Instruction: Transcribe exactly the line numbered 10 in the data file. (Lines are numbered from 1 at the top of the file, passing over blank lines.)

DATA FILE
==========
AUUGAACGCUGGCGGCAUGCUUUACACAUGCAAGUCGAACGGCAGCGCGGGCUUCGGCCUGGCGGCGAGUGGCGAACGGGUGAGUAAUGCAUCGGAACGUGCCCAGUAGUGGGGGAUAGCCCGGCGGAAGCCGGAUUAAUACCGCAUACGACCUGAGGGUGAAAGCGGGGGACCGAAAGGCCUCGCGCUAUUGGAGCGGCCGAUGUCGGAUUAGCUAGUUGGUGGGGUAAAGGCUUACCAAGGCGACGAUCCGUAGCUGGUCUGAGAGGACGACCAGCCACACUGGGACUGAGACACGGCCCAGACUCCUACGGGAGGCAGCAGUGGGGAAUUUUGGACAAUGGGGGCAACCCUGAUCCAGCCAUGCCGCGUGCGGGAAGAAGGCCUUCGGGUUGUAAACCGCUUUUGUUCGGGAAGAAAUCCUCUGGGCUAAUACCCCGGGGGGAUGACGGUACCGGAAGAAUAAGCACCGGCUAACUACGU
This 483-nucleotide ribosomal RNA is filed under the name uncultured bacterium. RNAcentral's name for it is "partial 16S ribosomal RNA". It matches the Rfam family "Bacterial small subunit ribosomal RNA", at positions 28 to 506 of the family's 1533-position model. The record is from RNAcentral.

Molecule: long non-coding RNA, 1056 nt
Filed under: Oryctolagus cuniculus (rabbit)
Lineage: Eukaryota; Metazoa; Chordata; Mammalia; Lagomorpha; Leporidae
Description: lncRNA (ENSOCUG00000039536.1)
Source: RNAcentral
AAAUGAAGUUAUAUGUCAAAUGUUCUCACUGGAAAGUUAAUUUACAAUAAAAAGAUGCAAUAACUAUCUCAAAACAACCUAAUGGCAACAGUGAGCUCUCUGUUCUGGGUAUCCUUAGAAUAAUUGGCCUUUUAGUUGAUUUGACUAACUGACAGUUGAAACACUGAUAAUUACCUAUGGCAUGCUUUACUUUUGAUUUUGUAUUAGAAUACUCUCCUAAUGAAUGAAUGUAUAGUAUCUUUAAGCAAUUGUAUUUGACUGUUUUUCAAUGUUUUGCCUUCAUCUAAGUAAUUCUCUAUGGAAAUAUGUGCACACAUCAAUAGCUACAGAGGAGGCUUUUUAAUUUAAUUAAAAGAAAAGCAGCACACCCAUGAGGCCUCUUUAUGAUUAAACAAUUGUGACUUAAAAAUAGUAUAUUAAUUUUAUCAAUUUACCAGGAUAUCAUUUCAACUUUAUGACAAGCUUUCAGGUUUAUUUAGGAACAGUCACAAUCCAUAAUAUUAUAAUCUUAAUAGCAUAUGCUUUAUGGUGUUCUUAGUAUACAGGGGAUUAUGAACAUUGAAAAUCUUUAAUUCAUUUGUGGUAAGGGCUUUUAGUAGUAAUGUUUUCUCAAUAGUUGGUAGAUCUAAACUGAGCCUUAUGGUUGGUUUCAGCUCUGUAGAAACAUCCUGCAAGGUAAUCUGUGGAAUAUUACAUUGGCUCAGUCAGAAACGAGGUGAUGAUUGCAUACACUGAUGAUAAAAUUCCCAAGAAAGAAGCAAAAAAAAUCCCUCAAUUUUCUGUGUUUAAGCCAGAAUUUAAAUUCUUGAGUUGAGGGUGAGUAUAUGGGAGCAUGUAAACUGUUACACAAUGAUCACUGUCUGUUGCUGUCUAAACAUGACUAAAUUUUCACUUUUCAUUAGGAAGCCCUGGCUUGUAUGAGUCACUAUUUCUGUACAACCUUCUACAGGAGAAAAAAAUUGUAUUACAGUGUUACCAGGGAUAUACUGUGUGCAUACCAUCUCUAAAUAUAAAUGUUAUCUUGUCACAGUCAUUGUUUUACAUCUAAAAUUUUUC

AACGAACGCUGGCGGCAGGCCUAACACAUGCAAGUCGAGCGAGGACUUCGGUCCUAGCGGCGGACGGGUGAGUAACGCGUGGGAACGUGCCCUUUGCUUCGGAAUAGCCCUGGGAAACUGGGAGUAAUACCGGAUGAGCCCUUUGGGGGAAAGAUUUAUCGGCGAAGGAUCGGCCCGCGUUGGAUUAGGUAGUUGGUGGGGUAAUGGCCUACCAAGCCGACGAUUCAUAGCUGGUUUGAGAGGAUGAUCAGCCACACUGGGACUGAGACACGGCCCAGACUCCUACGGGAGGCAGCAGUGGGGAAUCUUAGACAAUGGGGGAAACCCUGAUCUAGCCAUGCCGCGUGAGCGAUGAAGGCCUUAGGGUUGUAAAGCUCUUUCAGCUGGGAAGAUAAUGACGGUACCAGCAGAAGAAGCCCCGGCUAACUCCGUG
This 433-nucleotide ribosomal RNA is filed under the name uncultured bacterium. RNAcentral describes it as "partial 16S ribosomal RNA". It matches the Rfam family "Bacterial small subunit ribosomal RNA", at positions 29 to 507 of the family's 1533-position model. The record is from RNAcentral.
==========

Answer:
This 433-nucleotide ribosomal RNA is filed under the name uncultured bacterium. RNAcentral describes it as "partial 16S ribosomal RNA". It matches the Rfam family "Bacterial small subunit ribosomal RNA", at positions 29 to 507 of the family's 1533-position model. The record is from RNAcentral.